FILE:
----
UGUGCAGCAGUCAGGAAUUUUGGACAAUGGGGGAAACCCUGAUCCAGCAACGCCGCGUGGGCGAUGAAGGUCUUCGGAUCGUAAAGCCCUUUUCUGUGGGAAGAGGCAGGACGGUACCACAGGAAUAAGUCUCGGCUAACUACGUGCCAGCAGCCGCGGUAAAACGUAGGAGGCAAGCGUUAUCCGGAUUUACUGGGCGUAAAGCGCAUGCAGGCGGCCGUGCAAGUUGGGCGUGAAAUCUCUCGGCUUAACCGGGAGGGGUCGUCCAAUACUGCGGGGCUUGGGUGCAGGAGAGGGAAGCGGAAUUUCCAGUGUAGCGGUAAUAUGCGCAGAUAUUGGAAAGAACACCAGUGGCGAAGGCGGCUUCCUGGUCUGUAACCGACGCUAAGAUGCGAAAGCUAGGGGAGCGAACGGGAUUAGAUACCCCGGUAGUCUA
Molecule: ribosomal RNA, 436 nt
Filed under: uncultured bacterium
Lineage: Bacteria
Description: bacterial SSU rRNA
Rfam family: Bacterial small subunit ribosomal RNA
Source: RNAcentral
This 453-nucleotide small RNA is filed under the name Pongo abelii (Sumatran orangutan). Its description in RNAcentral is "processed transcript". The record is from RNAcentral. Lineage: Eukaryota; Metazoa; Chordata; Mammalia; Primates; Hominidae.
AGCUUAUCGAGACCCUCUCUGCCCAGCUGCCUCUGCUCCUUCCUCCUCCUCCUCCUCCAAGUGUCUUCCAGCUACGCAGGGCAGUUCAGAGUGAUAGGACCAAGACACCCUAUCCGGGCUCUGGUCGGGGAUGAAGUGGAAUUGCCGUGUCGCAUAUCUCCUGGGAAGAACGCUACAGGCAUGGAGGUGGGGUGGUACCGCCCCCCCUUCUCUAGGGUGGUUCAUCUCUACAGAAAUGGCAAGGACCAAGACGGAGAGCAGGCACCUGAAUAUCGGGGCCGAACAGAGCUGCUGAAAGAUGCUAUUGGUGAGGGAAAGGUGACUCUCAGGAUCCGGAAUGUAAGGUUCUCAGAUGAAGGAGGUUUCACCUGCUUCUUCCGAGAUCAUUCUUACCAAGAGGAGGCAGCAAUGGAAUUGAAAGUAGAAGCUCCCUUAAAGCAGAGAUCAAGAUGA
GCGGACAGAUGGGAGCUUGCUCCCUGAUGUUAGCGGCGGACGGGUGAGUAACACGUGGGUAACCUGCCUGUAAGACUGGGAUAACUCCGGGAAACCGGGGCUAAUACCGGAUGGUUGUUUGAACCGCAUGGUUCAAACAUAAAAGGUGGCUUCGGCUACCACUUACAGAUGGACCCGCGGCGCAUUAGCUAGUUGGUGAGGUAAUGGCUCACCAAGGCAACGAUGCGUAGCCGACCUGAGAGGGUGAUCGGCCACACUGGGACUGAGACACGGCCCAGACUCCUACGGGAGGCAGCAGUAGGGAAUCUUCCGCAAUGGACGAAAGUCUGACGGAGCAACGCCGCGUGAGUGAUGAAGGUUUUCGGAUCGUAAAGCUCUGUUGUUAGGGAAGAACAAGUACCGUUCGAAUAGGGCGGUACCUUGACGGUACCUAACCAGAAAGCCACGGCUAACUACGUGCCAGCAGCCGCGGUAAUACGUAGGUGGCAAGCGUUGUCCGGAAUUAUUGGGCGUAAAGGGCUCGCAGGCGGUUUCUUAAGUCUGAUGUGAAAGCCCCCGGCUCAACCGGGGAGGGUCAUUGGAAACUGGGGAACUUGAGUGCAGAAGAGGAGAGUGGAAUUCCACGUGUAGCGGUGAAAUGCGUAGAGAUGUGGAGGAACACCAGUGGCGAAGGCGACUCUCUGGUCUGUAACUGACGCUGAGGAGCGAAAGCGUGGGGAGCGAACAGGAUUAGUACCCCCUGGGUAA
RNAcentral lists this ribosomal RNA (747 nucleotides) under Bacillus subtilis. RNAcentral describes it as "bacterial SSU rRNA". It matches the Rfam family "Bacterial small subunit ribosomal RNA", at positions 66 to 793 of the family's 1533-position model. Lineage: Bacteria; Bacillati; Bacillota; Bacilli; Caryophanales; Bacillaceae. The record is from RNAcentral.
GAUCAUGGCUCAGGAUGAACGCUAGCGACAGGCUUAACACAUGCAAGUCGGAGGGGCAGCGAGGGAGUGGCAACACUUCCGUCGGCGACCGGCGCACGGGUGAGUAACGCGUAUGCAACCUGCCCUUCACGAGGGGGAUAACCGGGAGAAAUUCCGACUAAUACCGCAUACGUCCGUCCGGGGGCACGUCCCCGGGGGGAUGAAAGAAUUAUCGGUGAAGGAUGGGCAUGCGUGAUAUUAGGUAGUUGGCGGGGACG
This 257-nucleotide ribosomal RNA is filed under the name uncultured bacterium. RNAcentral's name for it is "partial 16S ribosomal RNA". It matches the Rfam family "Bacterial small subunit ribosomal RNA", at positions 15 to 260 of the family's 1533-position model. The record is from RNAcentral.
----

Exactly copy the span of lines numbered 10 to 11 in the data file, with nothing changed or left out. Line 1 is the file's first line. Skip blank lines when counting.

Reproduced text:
GCGGACAGAUGGGAGCUUGCUCCCUGAUGUUAGCGGCGGACGGGUGAGUAACACGUGGGUAACCUGCCUGUAAGACUGGGAUAACUCCGGGAAACCGGGGCUAAUACCGGAUGGUUGUUUGAACCGCAUGGUUCAAACAUAAAAGGUGGCUUCGGCUACCACUUACAGAUGGACCCGCGGCGCAUUAGCUAGUUGGUGAGGUAAUGGCUCACCAAGGCAACGAUGCGUAGCCGACCUGAGAGGGUGAUCGGCCACACUGGGACUGAGACACGGCCCAGACUCCUACGGGAGGCAGCAGUAGGGAAUCUUCCGCAAUGGACGAAAGUCUGACGGAGCAACGCCGCGUGAGUGAUGAAGGUUUUCGGAUCGUAAAGCUCUGUUGUUAGGGAAGAACAAGUACCGUUCGAAUAGGGCGGUACCUUGACGGUACCUAACCAGAAAGCCACGGCUAACUACGUGCCAGCAGCCGCGGUAAUACGUAGGUGGCAAGCGUUGUCCGGAAUUAUUGGGCGUAAAGGGCUCGCAGGCGGUUUCUUAAGUCUGAUGUGAAAGCCCCCGGCUCAACCGGGGAGGGUCAUUGGAAACUGGGGAACUUGAGUGCAGAAGAGGAGAGUGGAAUUCCACGUGUAGCGGUGAAAUGCGUAGAGAUGUGGAGGAACACCAGUGGCGAAGGCGACUCUCUGGUCUGUAACUGACGCUGAGGAGCGAAAGCGUGGGGAGCGAACAGGAUUAGUACCCCCUGGGUAA
RNAcentral lists this ribosomal RNA (747 nucleotides) under Bacillus subtilis. RNAcentral describes it as "bacterial SSU rRNA". It matches the Rfam family "Bacterial small subunit ribosomal RNA", at positions 66 to 793 of the family's 1533-position model. Lineage: Bacteria; Bacillati; Bacillota; Bacilli; Caryophanales; Bacillaceae. The record is from RNAcentral.